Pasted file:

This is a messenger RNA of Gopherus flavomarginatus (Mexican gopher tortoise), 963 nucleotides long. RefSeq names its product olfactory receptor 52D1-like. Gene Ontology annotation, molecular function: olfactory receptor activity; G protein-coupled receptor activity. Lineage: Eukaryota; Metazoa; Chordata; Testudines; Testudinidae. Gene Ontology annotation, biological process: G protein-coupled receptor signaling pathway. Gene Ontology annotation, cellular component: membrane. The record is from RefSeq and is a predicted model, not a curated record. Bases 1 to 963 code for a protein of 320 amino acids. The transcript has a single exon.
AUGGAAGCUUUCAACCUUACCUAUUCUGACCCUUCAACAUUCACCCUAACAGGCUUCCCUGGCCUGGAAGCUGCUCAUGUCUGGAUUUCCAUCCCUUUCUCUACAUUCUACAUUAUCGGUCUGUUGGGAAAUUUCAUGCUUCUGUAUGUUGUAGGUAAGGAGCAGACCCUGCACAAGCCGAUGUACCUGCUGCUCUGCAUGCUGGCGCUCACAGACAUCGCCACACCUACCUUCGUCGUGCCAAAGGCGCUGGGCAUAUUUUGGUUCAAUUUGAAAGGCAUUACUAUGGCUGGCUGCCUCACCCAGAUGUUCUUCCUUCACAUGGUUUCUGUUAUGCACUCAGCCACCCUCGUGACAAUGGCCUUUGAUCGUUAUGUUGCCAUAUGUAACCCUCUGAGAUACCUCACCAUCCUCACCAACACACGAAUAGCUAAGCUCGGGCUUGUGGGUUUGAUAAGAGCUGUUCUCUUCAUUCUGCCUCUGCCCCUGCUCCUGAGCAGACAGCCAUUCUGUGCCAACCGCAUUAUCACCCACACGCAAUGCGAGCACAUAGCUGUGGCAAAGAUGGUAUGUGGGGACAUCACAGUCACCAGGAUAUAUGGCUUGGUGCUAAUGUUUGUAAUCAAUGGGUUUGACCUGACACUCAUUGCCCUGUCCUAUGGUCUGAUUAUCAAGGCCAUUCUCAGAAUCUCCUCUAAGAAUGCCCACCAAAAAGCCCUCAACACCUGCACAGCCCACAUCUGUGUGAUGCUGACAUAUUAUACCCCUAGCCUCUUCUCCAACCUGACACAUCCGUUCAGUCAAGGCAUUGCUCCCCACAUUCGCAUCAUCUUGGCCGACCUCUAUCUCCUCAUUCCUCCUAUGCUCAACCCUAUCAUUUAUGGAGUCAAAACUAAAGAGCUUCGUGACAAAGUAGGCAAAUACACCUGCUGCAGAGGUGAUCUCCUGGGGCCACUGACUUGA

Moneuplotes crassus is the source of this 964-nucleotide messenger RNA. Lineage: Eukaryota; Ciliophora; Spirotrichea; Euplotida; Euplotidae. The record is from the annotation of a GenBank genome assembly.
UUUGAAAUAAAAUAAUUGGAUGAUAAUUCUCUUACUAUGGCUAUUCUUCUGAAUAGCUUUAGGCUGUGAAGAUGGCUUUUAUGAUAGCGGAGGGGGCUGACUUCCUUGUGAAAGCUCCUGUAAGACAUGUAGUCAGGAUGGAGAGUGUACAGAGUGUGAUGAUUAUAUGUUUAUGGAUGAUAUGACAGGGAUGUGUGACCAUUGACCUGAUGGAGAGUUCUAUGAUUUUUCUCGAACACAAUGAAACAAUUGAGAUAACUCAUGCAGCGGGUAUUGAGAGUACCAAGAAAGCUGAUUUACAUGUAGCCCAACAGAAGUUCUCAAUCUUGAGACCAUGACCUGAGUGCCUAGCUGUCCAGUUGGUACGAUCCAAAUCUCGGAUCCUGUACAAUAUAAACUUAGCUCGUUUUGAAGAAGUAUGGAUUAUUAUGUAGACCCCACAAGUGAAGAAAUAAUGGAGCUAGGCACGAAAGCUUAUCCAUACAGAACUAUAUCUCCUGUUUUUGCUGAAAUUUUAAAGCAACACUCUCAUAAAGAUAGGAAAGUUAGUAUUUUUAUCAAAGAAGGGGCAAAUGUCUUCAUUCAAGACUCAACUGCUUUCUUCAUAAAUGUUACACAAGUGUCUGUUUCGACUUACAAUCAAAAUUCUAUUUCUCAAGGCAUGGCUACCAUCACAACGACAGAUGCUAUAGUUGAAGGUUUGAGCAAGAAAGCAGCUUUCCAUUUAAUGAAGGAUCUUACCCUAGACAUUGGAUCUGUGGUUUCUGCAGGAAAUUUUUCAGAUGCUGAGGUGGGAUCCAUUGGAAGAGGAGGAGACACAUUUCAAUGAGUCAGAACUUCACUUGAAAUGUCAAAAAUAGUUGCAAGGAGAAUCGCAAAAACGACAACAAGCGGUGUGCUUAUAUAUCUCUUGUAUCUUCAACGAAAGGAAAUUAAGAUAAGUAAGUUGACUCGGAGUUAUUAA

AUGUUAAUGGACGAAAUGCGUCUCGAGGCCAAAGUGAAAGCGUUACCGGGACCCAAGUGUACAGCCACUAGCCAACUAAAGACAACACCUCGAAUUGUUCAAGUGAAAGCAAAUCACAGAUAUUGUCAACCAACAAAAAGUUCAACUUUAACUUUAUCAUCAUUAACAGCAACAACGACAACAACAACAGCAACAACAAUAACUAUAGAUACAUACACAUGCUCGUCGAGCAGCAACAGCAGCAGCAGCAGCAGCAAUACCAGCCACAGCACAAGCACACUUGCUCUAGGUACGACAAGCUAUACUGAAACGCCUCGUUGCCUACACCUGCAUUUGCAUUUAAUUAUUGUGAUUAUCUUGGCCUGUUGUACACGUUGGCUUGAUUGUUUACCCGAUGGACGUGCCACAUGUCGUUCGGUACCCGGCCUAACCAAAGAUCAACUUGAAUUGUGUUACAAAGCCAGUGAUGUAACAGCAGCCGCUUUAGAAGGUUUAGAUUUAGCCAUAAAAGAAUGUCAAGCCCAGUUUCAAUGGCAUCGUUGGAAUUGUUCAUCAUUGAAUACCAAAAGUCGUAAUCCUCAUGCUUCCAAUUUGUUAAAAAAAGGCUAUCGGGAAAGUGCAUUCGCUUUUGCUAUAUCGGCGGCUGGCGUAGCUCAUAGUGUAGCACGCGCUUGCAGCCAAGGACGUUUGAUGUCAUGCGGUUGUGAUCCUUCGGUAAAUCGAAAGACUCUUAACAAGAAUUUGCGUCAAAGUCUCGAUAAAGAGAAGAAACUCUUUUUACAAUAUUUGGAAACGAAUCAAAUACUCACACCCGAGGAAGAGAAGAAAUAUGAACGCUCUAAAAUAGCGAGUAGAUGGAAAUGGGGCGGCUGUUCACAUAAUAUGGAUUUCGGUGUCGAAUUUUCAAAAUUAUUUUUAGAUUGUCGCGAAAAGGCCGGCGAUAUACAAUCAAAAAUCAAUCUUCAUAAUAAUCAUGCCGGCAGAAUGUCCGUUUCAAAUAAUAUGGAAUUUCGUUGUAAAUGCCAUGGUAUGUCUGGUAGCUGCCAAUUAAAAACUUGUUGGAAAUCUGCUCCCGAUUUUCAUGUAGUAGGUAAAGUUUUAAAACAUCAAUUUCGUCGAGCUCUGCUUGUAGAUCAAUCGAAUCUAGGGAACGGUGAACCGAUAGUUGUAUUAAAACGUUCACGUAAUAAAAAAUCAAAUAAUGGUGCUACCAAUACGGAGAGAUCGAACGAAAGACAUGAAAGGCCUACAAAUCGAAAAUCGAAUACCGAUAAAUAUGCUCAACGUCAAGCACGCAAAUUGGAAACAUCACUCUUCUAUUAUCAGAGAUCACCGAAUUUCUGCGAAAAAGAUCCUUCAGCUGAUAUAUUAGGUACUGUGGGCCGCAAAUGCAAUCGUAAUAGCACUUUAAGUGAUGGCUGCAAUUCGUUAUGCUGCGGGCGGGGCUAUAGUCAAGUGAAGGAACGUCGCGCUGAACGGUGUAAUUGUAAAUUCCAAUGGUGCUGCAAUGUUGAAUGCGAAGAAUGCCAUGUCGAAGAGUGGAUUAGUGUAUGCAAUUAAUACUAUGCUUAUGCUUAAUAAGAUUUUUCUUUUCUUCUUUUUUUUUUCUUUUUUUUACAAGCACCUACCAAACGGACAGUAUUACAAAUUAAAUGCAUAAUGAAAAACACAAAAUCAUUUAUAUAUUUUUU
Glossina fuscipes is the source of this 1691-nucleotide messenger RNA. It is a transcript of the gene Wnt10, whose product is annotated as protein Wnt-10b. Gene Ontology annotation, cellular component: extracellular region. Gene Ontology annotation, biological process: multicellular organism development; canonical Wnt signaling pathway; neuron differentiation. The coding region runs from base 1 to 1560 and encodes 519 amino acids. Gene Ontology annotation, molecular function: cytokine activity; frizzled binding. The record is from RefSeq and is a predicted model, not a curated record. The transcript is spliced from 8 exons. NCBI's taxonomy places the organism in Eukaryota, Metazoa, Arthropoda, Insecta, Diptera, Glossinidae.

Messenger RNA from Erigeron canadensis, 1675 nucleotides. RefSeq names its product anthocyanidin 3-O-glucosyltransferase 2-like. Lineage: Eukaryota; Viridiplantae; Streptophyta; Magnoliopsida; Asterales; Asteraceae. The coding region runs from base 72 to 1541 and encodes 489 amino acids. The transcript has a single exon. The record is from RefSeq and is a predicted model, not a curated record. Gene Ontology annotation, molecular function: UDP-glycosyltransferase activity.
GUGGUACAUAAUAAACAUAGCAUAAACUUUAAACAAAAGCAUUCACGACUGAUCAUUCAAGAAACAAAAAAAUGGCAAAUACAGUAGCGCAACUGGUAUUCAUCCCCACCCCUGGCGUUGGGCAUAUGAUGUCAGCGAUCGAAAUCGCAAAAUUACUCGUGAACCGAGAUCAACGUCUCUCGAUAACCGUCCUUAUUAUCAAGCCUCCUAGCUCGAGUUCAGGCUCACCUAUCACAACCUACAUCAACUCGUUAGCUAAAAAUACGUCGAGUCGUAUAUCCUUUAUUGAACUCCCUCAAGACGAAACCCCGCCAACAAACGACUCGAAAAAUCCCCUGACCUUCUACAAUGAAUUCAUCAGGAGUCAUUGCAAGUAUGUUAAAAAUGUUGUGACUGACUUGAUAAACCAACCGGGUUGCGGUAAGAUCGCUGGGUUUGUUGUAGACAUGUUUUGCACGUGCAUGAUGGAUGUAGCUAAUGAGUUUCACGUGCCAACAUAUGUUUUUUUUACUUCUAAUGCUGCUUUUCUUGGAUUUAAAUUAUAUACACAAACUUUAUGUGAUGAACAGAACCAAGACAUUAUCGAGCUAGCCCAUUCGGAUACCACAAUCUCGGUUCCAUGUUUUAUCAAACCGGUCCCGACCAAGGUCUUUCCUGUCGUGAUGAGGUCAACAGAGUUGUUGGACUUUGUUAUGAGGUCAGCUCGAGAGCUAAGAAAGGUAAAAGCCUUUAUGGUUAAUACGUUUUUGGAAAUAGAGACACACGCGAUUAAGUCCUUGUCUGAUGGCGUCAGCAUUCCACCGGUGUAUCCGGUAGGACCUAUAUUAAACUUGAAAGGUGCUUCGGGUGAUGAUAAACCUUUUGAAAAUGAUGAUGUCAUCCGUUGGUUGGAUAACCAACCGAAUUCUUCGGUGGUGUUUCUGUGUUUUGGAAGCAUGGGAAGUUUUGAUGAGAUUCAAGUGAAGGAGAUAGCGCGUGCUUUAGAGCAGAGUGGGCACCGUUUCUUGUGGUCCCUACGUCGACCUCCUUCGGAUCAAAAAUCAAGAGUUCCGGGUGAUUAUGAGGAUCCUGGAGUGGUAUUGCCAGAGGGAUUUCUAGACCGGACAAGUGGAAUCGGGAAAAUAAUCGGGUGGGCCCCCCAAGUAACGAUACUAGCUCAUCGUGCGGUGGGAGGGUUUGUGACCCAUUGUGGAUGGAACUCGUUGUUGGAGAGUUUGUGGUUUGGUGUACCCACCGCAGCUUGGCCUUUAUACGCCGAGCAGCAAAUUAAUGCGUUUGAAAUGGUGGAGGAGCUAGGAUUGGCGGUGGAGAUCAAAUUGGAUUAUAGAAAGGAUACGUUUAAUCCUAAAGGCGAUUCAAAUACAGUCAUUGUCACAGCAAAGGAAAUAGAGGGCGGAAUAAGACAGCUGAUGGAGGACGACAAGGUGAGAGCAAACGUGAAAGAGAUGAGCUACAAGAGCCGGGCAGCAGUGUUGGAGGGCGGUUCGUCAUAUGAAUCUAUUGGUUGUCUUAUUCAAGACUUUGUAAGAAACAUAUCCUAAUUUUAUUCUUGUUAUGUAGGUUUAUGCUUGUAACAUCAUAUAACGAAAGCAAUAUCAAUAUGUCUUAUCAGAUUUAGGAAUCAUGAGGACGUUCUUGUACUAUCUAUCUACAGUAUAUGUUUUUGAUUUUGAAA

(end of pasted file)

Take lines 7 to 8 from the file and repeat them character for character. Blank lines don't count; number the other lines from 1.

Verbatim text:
Messenger RNA from Erigeron canadensis, 1675 nucleotides. RefSeq names its product anthocyanidin 3-O-glucosyltransferase 2-like. Lineage: Eukaryota; Viridiplantae; Streptophyta; Magnoliopsida; Asterales; Asteraceae. The coding region runs from base 72 to 1541 and encodes 489 amino acids. The transcript has a single exon. The record is from RefSeq and is a predicted model, not a curated record. Gene Ontology annotation, molecular function: UDP-glycosyltransferase activity.
GUGGUACAUAAUAAACAUAGCAUAAACUUUAAACAAAAGCAUUCACGACUGAUCAUUCAAGAAACAAAAAAAUGGCAAAUACAGUAGCGCAACUGGUAUUCAUCCCCACCCCUGGCGUUGGGCAUAUGAUGUCAGCGAUCGAAAUCGCAAAAUUACUCGUGAACCGAGAUCAACGUCUCUCGAUAACCGUCCUUAUUAUCAAGCCUCCUAGCUCGAGUUCAGGCUCACCUAUCACAACCUACAUCAACUCGUUAGCUAAAAAUACGUCGAGUCGUAUAUCCUUUAUUGAACUCCCUCAAGACGAAACCCCGCCAACAAACGACUCGAAAAAUCCCCUGACCUUCUACAAUGAAUUCAUCAGGAGUCAUUGCAAGUAUGUUAAAAAUGUUGUGACUGACUUGAUAAACCAACCGGGUUGCGGUAAGAUCGCUGGGUUUGUUGUAGACAUGUUUUGCACGUGCAUGAUGGAUGUAGCUAAUGAGUUUCACGUGCCAACAUAUGUUUUUUUUACUUCUAAUGCUGCUUUUCUUGGAUUUAAAUUAUAUACACAAACUUUAUGUGAUGAACAGAACCAAGACAUUAUCGAGCUAGCCCAUUCGGAUACCACAAUCUCGGUUCCAUGUUUUAUCAAACCGGUCCCGACCAAGGUCUUUCCUGUCGUGAUGAGGUCAACAGAGUUGUUGGACUUUGUUAUGAGGUCAGCUCGAGAGCUAAGAAAGGUAAAAGCCUUUAUGGUUAAUACGUUUUUGGAAAUAGAGACACACGCGAUUAAGUCCUUGUCUGAUGGCGUCAGCAUUCCACCGGUGUAUCCGGUAGGACCUAUAUUAAACUUGAAAGGUGCUUCGGGUGAUGAUAAACCUUUUGAAAAUGAUGAUGUCAUCCGUUGGUUGGAUAACCAACCGAAUUCUUCGGUGGUGUUUCUGUGUUUUGGAAGCAUGGGAAGUUUUGAUGAGAUUCAAGUGAAGGAGAUAGCGCGUGCUUUAGAGCAGAGUGGGCACCGUUUCUUGUGGUCCCUACGUCGACCUCCUUCGGAUCAAAAAUCAAGAGUUCCGGGUGAUUAUGAGGAUCCUGGAGUGGUAUUGCCAGAGGGAUUUCUAGACCGGACAAGUGGAAUCGGGAAAAUAAUCGGGUGGGCCCCCCAAGUAACGAUACUAGCUCAUCGUGCGGUGGGAGGGUUUGUGACCCAUUGUGGAUGGAACUCGUUGUUGGAGAGUUUGUGGUUUGGUGUACCCACCGCAGCUUGGCCUUUAUACGCCGAGCAGCAAAUUAAUGCGUUUGAAAUGGUGGAGGAGCUAGGAUUGGCGGUGGAGAUCAAAUUGGAUUAUAGAAAGGAUACGUUUAAUCCUAAAGGCGAUUCAAAUACAGUCAUUGUCACAGCAAAGGAAAUAGAGGGCGGAAUAAGACAGCUGAUGGAGGACGACAAGGUGAGAGCAAACGUGAAAGAGAUGAGCUACAAGAGCCGGGCAGCAGUGUUGGAGGGCGGUUCGUCAUAUGAAUCUAUUGGUUGUCUUAUUCAAGACUUUGUAAGAAACAUAUCCUAAUUUUAUUCUUGUUAUGUAGGUUUAUGCUUGUAACAUCAUAUAACGAAAGCAAUAUCAAUAUGUCUUAUCAGAUUUAGGAAUCAUGAGGACGUUCUUGUACUAUCUAUCUACAGUAUAUGUUUUUGAUUUUGAAA